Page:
I also don't think a lot of people really deny evolution in the context you are using it, if you aren't talking about "primordial sludge to man."  We have evolved as a human race in many different facets, so I don't know how that would be deniable.

 

I personally don't know exactly what I believe, but I do know that I was given a fair shake to learn about the different possibilities to decide for myself.  I simply want the same for others.

post #40 of 118
Quote:
Originally Posted by SloverUT View Post
 

 

That is the problem.  They don't leave out Big Bang for balance.  If you want to teach Big Bang, then you need to discuss other possible reasoning as well.  I simply was talking about the Big Bang Theory, not evolution. I also have no problem with students being taught the world views of other religions as well as long as they are presented fairly.  I think it is important for students to understand the many different world views around and how other cultures think of these matters.

 

I also don't think a lot of people really deny evolution in the context you are using it, if you aren't talking about "primordial sludge to man."  We have evolved as a human race in many different facets, so I don't know how that would be deniable.

 

You can't in public schools. Teaching creationism is tantamount to breaking the first amendment. It wouldn't fly, the federal government can not mandate that creationism be taught in public schools. 

 

In private schools, that is a whole different matter. I get your frustration, but it isn't legally possible with the way previous court rulings have favored the Atheist view in public schools. 

post #41 of 118
Quote:
Originally Posted by saevel25 View Post
 

 

You can't in public schools. Teaching creationism is tantamount to breaking the first amendment. It wouldn't fly, the federal government can not mandate that creationism be taught in public schools.

 

In private schools, that is a whole different matter. I get your frustration, but it isn't legally possible with the way previous court rulings have favored the Atheist view in public schools.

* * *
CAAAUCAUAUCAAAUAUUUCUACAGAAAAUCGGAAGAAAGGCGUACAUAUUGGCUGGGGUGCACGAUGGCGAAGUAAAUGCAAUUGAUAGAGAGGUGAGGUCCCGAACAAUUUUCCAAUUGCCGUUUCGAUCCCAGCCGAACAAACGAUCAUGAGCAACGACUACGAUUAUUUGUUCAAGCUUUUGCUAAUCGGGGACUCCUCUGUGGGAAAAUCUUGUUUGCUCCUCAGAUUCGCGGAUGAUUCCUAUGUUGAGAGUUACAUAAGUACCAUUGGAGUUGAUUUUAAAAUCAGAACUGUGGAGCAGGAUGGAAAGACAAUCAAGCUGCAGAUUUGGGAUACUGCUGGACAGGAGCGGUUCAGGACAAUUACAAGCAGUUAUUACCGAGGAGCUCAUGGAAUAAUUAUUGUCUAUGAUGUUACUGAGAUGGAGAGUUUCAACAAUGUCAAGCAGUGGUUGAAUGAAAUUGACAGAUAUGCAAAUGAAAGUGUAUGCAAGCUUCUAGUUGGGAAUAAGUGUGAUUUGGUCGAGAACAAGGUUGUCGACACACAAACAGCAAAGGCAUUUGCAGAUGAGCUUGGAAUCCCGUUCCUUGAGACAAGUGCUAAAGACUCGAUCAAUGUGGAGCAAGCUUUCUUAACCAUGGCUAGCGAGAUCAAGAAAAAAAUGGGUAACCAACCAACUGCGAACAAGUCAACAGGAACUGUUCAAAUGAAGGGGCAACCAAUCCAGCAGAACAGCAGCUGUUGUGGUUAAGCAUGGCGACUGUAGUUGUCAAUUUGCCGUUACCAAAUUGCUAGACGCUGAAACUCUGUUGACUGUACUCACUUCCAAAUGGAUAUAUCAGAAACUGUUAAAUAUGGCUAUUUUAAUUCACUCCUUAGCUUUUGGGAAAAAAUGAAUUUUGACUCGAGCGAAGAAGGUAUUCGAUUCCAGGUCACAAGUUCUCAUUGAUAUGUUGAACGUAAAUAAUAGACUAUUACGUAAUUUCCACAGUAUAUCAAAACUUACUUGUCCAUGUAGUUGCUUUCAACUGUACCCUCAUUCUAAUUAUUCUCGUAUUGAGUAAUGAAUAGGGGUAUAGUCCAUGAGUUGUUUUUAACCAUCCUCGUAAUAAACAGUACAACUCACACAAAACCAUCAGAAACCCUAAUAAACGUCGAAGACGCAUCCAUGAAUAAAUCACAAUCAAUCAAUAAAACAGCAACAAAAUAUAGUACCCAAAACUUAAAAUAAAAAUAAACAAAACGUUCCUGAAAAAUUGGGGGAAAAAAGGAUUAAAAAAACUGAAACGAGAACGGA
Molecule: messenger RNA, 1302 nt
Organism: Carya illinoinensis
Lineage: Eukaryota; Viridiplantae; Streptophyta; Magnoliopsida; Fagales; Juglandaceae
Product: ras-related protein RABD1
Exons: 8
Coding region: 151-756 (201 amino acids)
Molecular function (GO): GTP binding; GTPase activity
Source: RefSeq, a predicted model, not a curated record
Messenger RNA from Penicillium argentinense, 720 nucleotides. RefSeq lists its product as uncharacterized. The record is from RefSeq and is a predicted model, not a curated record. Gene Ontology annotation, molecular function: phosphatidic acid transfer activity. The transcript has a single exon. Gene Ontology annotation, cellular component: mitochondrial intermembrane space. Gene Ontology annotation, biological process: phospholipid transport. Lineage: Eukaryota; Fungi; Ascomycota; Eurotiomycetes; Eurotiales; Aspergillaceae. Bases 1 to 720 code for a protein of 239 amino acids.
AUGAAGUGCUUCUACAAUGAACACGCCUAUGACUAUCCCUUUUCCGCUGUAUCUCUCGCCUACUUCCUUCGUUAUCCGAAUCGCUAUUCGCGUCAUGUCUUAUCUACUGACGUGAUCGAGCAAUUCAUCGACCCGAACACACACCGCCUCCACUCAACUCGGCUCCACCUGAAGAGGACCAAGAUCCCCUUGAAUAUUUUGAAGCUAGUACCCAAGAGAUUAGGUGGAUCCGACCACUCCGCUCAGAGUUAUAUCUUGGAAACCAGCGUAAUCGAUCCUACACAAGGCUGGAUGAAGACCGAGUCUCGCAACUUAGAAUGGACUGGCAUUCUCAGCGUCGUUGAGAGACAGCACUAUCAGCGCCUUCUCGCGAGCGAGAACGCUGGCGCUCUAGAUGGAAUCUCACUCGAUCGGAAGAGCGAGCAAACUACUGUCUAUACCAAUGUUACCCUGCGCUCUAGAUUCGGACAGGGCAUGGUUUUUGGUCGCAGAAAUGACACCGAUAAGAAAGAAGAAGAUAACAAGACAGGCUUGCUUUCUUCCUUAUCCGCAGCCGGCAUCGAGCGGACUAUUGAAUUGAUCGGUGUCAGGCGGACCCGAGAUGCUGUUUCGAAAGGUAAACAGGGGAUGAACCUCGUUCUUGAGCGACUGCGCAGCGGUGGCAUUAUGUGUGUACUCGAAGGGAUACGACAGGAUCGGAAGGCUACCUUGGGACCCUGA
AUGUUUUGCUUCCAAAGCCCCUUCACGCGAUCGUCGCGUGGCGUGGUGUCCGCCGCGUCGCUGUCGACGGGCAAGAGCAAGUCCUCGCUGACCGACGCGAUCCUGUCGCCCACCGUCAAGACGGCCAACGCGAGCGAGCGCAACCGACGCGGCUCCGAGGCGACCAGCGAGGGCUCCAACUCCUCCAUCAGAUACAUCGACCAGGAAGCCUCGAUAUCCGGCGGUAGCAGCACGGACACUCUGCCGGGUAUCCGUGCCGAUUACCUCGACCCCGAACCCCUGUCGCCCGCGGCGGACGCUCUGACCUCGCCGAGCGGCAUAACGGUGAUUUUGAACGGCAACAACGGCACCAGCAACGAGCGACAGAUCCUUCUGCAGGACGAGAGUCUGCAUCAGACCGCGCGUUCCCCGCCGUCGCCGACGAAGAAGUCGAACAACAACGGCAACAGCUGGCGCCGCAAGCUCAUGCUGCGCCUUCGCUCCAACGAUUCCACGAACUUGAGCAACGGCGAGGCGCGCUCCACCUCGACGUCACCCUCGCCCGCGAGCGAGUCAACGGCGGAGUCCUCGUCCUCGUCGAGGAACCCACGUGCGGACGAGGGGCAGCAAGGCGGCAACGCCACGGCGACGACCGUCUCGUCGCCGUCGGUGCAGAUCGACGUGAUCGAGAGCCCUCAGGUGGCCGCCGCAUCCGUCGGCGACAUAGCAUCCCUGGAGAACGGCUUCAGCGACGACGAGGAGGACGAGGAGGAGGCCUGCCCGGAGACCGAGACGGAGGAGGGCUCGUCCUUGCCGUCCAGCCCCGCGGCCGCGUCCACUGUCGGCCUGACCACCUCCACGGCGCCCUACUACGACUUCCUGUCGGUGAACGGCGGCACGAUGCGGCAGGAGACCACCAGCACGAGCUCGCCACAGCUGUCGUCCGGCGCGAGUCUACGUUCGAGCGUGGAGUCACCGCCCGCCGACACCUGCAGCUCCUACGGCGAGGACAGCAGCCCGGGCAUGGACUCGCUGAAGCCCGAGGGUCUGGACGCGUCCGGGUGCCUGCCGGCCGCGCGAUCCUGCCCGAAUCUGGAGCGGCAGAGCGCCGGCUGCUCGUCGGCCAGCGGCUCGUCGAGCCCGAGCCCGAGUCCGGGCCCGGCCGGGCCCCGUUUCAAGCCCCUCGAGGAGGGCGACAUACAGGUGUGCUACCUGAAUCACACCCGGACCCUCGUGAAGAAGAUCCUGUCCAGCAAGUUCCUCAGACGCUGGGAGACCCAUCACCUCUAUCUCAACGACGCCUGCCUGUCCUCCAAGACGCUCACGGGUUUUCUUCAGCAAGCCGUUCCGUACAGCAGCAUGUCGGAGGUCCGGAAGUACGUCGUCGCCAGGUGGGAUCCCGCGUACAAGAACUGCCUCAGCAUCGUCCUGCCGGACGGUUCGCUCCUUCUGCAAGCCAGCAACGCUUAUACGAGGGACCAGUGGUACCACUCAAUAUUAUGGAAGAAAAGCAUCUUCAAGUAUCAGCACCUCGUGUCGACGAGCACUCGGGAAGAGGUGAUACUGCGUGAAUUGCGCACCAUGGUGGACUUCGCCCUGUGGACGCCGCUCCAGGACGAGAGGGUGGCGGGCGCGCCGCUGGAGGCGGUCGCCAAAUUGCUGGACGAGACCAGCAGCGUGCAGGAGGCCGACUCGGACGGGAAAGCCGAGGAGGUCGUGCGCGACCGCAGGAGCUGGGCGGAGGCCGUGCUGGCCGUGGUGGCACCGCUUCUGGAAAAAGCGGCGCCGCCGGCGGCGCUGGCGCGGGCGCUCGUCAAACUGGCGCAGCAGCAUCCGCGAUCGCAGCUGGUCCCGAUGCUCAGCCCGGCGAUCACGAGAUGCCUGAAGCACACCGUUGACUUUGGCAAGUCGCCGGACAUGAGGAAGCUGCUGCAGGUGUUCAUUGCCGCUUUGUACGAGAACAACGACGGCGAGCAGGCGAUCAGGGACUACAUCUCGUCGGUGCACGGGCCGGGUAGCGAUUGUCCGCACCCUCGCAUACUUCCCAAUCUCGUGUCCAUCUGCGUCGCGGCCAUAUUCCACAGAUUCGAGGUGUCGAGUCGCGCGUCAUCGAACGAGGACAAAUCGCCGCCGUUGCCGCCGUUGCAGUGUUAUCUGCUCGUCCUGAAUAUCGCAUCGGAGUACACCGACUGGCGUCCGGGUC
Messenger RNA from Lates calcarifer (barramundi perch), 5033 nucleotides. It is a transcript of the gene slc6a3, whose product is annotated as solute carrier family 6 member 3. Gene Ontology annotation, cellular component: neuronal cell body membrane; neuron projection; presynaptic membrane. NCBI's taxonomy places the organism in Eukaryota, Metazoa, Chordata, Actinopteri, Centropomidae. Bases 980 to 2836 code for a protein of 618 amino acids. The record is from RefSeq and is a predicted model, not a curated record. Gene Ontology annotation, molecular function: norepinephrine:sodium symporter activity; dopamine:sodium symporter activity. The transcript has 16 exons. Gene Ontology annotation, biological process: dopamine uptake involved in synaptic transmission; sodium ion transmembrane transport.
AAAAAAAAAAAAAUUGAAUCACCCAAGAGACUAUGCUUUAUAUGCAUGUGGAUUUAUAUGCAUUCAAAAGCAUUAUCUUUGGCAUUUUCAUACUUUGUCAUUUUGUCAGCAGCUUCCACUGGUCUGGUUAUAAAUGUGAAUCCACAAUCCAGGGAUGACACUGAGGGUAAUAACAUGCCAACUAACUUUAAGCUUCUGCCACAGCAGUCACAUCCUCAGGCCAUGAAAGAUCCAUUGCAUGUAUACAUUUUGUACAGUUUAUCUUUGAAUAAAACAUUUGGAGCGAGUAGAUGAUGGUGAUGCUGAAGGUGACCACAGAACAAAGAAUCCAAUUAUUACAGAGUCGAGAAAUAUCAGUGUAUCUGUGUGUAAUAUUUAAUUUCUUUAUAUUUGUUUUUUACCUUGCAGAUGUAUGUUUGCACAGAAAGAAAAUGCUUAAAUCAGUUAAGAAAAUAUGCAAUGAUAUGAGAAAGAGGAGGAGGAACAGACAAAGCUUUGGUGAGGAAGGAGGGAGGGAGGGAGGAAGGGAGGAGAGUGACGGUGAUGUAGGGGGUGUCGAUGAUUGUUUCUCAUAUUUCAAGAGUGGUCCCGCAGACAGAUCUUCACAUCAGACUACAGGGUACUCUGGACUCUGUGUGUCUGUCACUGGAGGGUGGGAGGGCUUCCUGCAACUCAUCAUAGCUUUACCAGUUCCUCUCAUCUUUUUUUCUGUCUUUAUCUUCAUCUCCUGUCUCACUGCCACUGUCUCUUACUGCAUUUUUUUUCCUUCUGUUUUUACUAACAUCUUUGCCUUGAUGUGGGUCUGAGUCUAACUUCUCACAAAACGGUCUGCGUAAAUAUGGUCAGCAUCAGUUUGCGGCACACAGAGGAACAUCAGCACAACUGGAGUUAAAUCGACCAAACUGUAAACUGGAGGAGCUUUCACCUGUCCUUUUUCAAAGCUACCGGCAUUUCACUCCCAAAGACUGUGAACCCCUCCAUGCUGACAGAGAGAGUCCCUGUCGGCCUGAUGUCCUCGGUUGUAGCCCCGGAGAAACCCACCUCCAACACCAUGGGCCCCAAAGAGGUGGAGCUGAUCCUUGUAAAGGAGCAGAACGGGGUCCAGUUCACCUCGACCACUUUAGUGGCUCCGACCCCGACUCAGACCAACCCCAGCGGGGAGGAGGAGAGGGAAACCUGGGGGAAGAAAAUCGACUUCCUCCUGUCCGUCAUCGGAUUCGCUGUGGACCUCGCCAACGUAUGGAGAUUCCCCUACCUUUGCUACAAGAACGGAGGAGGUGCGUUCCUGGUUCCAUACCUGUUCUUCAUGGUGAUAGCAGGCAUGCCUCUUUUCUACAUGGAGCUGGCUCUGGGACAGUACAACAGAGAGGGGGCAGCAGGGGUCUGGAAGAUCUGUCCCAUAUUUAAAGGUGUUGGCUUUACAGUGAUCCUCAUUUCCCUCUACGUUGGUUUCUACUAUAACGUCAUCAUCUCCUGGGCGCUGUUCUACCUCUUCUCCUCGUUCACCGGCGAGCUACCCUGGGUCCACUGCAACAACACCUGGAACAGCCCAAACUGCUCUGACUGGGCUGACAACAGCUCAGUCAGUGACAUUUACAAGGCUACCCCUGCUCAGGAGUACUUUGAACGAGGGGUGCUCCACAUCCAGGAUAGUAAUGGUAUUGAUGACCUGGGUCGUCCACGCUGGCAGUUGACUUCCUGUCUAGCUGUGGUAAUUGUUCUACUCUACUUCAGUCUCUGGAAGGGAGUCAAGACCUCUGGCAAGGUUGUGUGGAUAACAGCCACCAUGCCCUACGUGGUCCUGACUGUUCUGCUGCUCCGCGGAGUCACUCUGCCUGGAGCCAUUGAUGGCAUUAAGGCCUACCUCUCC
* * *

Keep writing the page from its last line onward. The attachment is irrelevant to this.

Yes, I understand the issue with the First Amendment.  Unfortunately, you are right and it isn't legal, as least with the way people protest it today.  I suppose it doesn't matter that it was taught for years before, lol.  But yes, I suppose the answer to parents wanting their children to learn about creationism is to send them to private school.

post #42 of 118
Quote:
Originally Posted by boogielicious View Post
 

Some of the greatest scientists in history were people of faith.  Darwin himself studied theology.  My point about the cherry pickers apply to people in power in education who want to impose their personal beliefs on the education of our children.  Why can't you believe in an Almighty power and accept every facet of The Theory of Evolution?  Of course you can.  They are not mutually exclusive.  It is not an insult to the religious belief of God to accept evolution as fact. Carl Sagan was quoted to say something like "What greater compliment could you give to a supreme being than creating something as intricate and elegant as Evolution"

 

The Catholic Church accepts evolution.  In fact, it is taught in Catholic schools from Kindergarten.  My son's first science work was on dinosaurs, and they were not around when humans evolved. Evolution is not a theory for atheists only.  And again, people of the fringes of religion (both ends) are always trying to divide us.

Well said.  Very well said.

post #43 of 118
Quote:
Originally Posted by boogielicious View Post
 

Some of the greatest scientists in history were people of faith.  Darwin himself studied theology.  My point about the cherry pickers apply to people in power in education who want to impose their personal beliefs on the education of our children.  Why can't you believe in an Almighty power and accept every facet of The Theory of Evolution?  Of course you can.  They are not mutually exclusive.  It is not an insult to the religious belief of God to accept evolution as fact. Carl Sagan was quoted to say something like "What greater compliment could you give to a supreme being than creating something as intricate and elegant as Evolution"